In 1957, the town of Cordova, Alabama banned single-wide trailer homes. It was a cynical attempt to lower the local poverty rate by keeping poor people out of town. Mayor Jack Scott explains, “We’re trying to better Cordova[.] We’re trying to clean up Cordova and keep it clean. We’re trying to keep the property values up. We’re trying to get it to where people will want to build homes on these vacant lots.”
The recent spate of tornadoes in Alabama has left a number of Cordova residents homeless. Some people are interested in buying trailers to live in temporarily while they rebuild their houses. FEMA also has trailers available for people. But they’re single-wides, so they aren’t allowed in Cordova. The weird part is that the ordinance was mostly unenforced until the tornadoes came. Now the city is cracking down at precisely the time when people need trailers the most.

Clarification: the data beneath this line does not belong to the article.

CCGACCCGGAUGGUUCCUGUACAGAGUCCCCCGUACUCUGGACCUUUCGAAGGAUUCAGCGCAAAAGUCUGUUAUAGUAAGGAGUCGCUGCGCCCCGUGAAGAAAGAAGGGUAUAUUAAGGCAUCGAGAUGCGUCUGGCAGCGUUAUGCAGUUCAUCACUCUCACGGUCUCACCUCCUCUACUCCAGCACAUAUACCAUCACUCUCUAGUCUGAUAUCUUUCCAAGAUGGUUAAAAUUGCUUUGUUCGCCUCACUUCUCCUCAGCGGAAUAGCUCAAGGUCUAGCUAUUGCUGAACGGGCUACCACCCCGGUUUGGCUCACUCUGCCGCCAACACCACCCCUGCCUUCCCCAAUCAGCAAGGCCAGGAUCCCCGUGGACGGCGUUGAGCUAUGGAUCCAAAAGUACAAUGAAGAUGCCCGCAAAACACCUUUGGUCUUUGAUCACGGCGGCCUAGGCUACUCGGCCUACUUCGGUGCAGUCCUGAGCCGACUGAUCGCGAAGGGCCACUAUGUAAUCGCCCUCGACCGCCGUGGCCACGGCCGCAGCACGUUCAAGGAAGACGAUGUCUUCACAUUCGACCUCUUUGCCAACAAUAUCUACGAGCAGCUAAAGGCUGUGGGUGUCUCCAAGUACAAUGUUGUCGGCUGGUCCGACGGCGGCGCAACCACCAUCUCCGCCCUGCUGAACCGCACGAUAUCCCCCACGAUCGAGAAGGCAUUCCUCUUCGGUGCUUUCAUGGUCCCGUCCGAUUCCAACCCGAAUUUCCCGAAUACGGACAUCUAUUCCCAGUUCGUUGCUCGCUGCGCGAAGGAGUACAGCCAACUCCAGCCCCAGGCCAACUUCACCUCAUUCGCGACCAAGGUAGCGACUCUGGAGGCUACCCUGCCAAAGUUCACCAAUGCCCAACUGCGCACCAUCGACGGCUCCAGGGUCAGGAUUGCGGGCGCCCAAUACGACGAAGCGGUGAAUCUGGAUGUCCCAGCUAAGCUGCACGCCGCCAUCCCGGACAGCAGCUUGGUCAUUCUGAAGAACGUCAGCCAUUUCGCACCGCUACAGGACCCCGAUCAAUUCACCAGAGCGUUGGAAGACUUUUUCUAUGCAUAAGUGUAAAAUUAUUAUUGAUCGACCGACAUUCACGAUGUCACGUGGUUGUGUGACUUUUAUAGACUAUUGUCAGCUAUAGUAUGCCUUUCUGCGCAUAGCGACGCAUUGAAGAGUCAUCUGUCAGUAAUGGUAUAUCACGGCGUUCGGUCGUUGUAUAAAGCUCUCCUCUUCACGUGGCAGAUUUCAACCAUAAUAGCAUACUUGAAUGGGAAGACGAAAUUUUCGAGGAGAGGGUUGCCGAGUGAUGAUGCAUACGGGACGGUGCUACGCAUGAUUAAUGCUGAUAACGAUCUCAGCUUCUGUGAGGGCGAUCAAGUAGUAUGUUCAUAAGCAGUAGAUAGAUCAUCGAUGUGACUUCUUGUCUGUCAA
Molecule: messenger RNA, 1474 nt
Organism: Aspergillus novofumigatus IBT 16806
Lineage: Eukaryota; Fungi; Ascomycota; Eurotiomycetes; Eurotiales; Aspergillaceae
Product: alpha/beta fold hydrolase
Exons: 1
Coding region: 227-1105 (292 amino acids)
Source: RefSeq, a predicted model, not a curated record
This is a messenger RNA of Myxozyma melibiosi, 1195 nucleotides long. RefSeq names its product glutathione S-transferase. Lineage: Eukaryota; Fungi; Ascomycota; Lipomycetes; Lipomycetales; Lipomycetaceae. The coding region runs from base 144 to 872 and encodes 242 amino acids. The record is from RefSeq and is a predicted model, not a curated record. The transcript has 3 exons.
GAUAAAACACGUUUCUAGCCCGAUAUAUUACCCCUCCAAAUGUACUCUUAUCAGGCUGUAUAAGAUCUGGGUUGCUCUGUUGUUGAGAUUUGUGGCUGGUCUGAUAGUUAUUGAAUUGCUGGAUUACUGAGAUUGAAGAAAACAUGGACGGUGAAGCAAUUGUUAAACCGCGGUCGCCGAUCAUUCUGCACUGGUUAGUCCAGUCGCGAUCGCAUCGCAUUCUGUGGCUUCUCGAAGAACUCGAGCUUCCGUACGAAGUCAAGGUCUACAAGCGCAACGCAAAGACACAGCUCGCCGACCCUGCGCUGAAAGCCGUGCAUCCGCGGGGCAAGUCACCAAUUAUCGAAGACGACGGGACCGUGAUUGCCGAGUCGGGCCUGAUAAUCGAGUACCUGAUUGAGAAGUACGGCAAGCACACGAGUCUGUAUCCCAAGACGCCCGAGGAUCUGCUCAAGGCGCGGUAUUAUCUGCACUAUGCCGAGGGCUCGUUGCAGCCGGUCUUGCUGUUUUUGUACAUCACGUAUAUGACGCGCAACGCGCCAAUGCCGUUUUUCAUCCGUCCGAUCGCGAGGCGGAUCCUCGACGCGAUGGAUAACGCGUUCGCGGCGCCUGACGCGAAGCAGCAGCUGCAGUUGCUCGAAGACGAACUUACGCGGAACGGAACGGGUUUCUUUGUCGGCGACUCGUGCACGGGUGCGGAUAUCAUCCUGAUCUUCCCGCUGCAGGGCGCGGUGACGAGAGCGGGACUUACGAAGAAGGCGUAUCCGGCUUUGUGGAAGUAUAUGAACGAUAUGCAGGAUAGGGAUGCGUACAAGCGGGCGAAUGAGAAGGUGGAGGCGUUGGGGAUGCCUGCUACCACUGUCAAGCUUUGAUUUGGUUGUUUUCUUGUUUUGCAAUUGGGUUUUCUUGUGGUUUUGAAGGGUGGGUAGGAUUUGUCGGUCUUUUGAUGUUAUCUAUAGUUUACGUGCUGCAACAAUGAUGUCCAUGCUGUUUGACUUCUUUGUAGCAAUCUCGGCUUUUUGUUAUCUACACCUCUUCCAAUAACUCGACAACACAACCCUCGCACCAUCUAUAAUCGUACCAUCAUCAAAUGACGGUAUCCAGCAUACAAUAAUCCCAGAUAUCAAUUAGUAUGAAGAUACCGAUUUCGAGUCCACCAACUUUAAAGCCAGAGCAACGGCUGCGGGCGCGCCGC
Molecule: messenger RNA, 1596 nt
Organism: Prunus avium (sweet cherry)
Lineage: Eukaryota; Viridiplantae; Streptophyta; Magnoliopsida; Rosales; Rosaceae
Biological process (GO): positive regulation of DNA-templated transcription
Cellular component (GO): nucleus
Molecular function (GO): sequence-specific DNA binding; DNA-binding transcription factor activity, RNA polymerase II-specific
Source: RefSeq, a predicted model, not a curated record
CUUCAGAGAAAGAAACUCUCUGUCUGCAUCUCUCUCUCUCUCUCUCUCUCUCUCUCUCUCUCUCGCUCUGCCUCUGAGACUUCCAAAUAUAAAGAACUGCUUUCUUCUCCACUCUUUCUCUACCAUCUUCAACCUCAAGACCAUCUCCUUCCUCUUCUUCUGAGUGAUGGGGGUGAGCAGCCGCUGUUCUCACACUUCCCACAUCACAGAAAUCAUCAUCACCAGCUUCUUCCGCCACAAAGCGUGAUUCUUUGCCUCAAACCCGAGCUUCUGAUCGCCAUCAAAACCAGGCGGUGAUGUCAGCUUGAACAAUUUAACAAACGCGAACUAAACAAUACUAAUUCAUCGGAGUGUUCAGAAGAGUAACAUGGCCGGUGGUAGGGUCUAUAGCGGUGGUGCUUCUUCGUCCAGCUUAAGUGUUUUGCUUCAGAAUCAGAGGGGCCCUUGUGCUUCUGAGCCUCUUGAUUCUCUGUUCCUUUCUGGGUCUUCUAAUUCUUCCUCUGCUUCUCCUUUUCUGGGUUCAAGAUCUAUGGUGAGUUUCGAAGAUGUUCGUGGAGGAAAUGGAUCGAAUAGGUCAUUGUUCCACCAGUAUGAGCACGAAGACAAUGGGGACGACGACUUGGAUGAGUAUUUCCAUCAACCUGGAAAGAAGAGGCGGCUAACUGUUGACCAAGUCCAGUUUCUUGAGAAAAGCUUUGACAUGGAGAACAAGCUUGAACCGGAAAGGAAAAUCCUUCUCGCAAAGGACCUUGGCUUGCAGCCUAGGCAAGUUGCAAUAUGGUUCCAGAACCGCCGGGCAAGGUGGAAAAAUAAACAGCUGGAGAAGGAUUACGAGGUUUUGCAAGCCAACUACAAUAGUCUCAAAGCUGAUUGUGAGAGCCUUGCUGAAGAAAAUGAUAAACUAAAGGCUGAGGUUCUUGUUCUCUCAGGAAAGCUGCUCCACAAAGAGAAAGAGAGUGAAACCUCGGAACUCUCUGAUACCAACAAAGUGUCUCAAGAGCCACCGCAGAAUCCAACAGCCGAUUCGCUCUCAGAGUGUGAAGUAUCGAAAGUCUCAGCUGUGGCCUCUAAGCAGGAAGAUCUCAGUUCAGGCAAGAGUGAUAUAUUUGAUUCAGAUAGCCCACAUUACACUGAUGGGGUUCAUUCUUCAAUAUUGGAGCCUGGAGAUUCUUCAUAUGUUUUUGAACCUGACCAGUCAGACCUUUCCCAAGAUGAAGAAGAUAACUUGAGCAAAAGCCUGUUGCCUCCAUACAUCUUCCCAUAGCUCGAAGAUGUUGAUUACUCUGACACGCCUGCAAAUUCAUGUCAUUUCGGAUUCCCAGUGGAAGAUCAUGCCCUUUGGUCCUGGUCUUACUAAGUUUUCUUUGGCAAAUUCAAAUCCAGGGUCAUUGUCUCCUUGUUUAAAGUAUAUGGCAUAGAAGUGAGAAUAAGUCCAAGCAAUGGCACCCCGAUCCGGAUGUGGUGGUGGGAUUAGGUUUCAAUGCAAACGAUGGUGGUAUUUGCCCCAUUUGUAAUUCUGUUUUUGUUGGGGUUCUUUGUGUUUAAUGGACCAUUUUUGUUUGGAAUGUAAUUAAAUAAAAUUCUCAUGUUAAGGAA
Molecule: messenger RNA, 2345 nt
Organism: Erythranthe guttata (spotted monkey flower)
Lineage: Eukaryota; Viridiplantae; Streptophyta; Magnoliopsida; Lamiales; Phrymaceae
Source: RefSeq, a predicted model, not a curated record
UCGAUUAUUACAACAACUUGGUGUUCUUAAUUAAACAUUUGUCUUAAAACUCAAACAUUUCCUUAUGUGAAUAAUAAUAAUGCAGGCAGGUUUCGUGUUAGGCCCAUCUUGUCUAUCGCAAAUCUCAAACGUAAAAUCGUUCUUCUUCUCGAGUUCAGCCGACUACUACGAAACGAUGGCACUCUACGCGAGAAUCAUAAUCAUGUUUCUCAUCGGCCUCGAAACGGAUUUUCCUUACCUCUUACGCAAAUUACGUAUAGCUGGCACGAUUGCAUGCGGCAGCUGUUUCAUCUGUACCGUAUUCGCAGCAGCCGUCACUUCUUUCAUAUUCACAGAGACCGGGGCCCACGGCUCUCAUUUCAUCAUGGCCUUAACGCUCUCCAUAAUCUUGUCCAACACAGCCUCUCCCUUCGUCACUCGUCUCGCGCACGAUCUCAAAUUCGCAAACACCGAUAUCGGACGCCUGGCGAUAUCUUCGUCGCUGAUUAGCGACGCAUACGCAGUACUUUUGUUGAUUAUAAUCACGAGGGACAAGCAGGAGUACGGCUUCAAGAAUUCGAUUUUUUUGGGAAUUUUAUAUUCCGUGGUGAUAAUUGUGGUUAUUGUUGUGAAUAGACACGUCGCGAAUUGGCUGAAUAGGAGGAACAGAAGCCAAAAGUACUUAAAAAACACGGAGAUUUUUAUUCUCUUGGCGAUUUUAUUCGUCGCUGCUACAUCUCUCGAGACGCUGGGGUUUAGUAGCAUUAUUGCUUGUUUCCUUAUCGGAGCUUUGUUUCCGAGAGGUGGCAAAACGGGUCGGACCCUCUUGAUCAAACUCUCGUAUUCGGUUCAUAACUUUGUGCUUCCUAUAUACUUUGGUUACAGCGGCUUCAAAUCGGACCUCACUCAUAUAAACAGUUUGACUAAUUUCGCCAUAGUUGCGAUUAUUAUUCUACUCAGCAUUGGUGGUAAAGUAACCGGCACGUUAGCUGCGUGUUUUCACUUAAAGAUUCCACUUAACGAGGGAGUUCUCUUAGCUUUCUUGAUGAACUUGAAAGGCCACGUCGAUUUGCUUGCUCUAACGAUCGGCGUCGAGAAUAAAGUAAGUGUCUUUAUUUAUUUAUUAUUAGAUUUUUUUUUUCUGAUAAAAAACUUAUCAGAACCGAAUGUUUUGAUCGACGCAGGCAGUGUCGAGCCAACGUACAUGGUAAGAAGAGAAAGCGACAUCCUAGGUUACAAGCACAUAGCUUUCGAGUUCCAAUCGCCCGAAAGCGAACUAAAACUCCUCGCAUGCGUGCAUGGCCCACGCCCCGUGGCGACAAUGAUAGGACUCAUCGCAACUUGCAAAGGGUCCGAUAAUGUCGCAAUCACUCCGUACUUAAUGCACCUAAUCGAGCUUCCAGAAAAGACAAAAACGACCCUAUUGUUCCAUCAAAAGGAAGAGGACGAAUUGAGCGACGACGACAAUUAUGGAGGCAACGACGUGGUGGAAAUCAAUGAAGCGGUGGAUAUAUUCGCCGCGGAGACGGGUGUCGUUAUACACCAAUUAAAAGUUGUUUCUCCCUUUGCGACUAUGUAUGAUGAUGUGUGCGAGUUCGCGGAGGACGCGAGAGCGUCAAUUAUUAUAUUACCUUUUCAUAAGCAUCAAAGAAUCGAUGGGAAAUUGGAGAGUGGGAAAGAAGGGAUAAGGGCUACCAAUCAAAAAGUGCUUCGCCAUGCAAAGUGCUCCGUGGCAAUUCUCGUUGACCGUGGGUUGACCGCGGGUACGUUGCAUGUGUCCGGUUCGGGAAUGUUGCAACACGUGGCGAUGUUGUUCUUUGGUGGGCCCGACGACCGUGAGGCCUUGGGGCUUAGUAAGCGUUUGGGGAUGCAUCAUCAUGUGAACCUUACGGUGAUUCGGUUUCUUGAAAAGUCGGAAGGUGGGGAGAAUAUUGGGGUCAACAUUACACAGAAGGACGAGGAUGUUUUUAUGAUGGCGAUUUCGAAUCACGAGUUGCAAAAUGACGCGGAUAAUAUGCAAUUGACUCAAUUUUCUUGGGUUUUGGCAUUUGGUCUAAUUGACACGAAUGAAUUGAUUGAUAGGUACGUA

The citizenry is understandably upset about this regulation. But when over 200 people, many of them displaced, showed up at a townhall meeting, they ran into another regulation. Fire marshals only allowed 100 people to enter the National Guard Armory, where the meeting was held. After much complaining, they relented and allowed everyone in.
Hopefully they will also convince Mayor Scott to rescind the trailer ban. Cordova’s people need roofs over their head more than they need their mayor’s aesthetic vision.